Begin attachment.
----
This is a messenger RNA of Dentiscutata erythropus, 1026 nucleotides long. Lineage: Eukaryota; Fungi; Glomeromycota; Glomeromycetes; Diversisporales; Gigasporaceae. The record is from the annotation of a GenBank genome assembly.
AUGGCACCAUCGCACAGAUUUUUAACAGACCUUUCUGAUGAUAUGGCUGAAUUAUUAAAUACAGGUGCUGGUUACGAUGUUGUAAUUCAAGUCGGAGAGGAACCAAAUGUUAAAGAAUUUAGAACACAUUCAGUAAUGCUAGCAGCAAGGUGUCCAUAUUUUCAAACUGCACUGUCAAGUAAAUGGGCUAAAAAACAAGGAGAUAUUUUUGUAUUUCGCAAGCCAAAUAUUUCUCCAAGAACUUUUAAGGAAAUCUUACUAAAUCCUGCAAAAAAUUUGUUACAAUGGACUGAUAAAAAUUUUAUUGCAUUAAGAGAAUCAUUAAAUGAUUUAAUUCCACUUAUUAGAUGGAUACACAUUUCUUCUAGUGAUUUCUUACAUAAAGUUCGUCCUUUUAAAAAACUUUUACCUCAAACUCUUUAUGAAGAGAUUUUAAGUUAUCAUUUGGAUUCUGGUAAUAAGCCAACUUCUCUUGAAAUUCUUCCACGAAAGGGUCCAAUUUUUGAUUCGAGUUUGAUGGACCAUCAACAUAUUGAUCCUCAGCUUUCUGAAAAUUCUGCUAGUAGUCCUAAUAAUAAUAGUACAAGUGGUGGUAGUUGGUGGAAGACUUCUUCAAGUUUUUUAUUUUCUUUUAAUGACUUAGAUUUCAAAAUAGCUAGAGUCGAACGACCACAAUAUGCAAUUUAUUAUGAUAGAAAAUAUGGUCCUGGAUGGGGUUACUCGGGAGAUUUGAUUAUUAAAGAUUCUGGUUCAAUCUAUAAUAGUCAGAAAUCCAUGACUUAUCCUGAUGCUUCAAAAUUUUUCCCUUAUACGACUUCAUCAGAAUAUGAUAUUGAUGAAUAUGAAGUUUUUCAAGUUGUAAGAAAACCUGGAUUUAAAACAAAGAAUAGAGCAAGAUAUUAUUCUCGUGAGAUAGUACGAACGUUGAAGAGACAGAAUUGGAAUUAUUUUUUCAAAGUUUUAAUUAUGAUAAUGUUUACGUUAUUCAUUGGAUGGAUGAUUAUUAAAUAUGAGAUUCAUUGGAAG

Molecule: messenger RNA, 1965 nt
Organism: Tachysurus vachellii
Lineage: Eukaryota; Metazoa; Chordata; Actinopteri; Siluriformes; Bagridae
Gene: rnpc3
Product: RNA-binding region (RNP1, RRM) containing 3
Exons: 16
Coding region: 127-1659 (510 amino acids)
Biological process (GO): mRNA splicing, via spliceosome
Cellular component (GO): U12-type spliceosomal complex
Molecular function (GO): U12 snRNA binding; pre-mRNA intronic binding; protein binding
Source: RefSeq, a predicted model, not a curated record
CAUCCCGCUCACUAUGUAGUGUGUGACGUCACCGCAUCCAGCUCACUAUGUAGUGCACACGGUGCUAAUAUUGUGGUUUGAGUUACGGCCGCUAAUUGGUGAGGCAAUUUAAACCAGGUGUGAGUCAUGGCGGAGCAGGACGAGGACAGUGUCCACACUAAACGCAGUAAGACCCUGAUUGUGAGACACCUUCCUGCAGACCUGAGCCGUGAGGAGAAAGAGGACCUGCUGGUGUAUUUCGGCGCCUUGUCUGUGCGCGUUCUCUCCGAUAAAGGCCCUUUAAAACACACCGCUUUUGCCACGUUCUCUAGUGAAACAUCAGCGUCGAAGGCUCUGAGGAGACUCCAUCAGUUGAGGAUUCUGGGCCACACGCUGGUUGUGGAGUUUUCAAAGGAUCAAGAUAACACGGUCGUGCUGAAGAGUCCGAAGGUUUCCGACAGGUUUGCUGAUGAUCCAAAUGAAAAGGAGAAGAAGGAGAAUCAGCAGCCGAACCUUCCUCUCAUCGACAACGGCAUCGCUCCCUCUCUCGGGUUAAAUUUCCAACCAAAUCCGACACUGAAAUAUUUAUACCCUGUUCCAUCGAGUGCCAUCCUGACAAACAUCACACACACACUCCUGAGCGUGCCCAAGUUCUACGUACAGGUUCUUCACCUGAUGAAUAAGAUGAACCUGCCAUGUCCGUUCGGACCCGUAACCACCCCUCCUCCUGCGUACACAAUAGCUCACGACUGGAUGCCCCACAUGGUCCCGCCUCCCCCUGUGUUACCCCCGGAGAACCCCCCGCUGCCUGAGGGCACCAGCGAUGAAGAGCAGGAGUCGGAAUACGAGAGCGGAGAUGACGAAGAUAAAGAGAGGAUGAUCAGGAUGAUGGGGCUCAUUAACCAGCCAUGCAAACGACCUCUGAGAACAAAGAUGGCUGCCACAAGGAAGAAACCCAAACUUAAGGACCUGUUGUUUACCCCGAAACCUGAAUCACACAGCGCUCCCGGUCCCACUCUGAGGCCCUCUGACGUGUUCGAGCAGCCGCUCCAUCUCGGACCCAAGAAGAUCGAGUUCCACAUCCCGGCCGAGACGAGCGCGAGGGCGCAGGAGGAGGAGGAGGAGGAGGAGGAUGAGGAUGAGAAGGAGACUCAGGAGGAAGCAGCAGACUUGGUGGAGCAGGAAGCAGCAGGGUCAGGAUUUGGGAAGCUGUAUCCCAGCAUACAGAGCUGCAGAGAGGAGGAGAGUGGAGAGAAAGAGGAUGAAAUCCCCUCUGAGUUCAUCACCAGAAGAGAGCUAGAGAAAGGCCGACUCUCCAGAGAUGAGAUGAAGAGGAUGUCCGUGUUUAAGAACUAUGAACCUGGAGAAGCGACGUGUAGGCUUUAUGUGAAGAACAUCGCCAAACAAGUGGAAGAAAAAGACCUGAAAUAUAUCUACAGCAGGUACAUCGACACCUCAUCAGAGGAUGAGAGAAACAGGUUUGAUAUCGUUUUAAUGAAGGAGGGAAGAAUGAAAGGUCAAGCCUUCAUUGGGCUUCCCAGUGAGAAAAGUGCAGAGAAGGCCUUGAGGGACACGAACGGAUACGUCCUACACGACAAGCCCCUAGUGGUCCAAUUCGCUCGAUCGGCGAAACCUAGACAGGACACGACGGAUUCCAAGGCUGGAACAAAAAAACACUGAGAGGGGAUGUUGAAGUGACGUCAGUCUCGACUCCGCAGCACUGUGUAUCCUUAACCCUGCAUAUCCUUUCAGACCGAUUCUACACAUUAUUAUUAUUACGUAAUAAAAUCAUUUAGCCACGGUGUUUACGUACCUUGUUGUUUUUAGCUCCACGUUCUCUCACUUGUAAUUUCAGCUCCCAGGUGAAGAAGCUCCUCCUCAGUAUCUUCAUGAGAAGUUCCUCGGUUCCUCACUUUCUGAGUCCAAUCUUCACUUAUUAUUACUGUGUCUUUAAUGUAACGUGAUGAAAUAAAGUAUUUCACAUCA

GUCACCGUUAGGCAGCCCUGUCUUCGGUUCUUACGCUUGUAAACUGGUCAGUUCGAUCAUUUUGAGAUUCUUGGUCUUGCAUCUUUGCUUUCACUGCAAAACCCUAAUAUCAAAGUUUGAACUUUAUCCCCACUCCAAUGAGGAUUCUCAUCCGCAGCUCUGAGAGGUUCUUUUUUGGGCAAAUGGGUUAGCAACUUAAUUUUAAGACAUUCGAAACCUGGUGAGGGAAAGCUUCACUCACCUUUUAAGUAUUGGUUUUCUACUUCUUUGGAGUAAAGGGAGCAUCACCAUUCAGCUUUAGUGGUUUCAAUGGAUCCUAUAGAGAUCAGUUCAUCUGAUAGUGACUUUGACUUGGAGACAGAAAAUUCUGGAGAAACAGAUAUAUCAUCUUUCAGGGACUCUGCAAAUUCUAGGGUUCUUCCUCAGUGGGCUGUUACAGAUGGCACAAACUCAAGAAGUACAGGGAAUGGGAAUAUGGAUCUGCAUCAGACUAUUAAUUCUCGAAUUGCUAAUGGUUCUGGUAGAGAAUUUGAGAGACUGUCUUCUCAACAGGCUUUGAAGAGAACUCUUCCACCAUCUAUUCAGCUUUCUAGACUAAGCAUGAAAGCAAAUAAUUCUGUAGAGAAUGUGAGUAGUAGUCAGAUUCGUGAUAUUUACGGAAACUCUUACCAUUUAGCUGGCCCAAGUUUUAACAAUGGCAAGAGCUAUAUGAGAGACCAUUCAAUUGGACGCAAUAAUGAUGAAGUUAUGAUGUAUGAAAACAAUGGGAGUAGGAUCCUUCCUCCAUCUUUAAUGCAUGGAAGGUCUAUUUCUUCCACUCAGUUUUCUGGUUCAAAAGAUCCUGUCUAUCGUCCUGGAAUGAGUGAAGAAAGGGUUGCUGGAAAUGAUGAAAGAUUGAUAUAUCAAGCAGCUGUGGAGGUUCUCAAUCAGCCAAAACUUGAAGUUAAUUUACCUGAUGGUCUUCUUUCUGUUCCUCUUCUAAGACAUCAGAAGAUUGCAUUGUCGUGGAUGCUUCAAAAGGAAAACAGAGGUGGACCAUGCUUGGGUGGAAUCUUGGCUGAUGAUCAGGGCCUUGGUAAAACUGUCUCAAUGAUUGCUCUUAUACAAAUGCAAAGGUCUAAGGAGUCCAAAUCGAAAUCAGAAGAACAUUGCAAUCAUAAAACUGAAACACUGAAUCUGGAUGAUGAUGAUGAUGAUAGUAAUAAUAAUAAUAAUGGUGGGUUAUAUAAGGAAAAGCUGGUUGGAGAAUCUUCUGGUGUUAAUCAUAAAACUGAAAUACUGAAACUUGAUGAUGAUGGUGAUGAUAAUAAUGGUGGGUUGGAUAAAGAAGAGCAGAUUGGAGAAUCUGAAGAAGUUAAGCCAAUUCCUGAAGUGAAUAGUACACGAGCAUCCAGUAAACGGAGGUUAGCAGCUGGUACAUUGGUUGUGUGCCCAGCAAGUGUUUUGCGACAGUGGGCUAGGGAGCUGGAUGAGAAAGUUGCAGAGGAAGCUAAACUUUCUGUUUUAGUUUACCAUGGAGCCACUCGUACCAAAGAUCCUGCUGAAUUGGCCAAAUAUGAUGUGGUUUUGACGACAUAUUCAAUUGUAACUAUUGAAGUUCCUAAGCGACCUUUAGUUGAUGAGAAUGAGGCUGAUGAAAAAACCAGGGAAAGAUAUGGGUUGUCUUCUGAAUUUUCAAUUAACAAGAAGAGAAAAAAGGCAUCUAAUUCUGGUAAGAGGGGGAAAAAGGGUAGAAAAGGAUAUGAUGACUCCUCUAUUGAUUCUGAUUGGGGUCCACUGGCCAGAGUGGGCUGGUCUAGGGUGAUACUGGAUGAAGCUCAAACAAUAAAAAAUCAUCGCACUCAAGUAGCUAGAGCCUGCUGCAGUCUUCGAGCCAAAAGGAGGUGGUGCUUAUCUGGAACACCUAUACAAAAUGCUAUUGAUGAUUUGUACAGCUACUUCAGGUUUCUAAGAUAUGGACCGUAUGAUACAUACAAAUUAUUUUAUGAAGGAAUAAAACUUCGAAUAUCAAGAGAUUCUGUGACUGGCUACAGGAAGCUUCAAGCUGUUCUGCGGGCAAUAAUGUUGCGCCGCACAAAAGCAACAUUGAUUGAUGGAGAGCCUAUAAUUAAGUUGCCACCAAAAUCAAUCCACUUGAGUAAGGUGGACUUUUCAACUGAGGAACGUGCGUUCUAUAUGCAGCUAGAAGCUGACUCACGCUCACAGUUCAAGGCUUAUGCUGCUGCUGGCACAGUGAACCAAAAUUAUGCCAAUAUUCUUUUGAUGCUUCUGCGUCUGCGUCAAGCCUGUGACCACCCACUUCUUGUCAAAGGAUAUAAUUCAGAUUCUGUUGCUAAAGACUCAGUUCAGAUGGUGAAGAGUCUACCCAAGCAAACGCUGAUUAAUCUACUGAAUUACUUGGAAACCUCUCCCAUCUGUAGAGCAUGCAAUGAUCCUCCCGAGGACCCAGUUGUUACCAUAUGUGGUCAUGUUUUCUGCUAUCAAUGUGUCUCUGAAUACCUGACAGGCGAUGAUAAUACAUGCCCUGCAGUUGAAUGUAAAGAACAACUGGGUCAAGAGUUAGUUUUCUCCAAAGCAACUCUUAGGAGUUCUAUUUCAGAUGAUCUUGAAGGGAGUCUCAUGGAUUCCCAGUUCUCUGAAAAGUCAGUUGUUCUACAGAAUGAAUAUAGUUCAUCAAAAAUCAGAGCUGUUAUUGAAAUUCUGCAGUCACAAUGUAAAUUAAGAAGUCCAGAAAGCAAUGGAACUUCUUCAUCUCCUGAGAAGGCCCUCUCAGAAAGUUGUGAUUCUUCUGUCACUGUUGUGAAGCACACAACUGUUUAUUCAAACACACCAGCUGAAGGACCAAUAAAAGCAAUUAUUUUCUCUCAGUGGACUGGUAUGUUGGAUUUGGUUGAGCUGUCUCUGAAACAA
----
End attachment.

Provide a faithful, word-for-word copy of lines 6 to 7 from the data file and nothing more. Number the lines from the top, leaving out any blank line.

Gene: rnpc3
Product: RNA-binding region (RNP1, RRM) containing 3